THE HAGUE/ZAGREB, Oct 23 (Hina) - Ante Markovic, the last prime minister of the former Yugoslav federation, appeared before the UN war crimes tribunal in The Hague on Thursday as a prosecution witness in the trial of the former president of Serbia and Yugoslavia, Slobodan Milosevic. Milosevic and the late Croatian president Franjo Tudjman personally told me that they had agreed at a meeting in Karadjordjevo in March 1991 to divide Bosnia-Herzegovina between Serbia and Croatia, Markovic said.

"I was informed of what they had discussed in Karadjordjevo. Milosevic and Tudjman agreed to divide Bosnia-Herzegovina between Serbia and Croatia and to replace me because I was in their way," he said.

Markovic said that after the Karadjordjevo talks he met Milosevic in Belgrade and Tudjman in Zagreb and openly told them he knew about their deal.

"Both of them admitted to me that they had agreed to partition Bosnia-Herzegovina. Milosevic admitted it straightaway, while Tudjman took some time," Markovic said in response to the questions put by prosecutor Geoffrey Nice.

According to Markovic, both Tudjman and Milosevic believed that Bosnia-Herzegovina was an artificial structure and Bosniaks an artificial ethnic group, whom Tudjman regarded as "Islamicised Catholics" and Milosevic as "Islamicised Orthodox Serbs".

The two former leaders also thought that the division of Bosnia- Herzegovina would not cause a war, because the Serbs and Croats represented a majority in that republic. They wanted to create an enclave for the Bosniaks, and expected European support because they said Europe did not want a Muslim state on its soil, the witness said.

Markovic said that Tudjman had told him that history would repeat itself and that "Bosnia will fall silently."

Markovic said that he had warned both leaders that their plan would lead to war, victims, refugees and a "Palestinisation" of Bosnia- Herzegovina and that a lot of blood would be spilled. He told them he would fight their plan.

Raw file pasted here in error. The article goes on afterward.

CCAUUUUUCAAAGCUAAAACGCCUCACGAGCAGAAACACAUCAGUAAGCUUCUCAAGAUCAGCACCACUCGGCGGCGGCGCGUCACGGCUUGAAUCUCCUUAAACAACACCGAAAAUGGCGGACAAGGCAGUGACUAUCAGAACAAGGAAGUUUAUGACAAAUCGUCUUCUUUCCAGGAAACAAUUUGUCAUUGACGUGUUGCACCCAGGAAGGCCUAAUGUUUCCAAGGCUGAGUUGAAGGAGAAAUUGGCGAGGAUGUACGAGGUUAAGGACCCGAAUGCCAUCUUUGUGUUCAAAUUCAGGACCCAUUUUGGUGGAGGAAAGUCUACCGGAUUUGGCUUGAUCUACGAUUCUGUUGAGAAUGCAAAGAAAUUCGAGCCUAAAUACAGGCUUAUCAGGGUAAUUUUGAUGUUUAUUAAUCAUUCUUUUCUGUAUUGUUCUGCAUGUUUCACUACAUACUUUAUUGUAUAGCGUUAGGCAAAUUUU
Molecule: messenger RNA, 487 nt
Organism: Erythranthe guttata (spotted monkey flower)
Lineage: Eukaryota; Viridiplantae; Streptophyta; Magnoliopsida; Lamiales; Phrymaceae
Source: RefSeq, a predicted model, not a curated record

Later on, Markovic informed the late Bosniak leader Alija Izetbegovic, who gave him recordings of intercepted conversations between Milosevic and Bosnian Serb leader Radovan Karadzic about the arming of Bosnian Serbs through the Yugoslav People's Army (JNA) as part of a plan codenamed RAM.

Markovic said he had presented these facts at a session of the federal government, but Slovene Admiral Stane Brovet then said that the JNA had nothing to do with it.

One of the recordings was played in the courtroom and the witness recognised the voices as those of Milosevic and Karadzic. In the recording made in June 1991, Milosevic ordered Karadzic to "mobilise the Banja Luka group" and advance on Kupres, and to call JNA General Uzelac about weapons and helicopters.

Markovic, who served as prime minister of the Socialist Federal Republic of Yugoslavia from March 1989 until his resignation in December 1991, told the tribunal this was the first time he had spoken about his view of the events 12 years ago.

He spoke about the forming of his government, its programme of stabilisation, and economic and political reforms that led to the introduction of a multi-party system.

He explained the opposition of Milosevic and Serbia to the reforms, which he said quickly produced good results: inflation was reduced to zero, foreign currency reserves rose to 11 billion dollars, the foreign debt was cut from 21 billion to 12 billion dollars.

Milosevic constantly obstructed the government and the reforms, the witness said, citing as an example large-scale wage increases in Serbia and a case when the National Bank of Serbia "stole" 2.5 billion dollars of federal funds upsetting the country's monetary system.

Markovic will continue his testimony in the afternoon.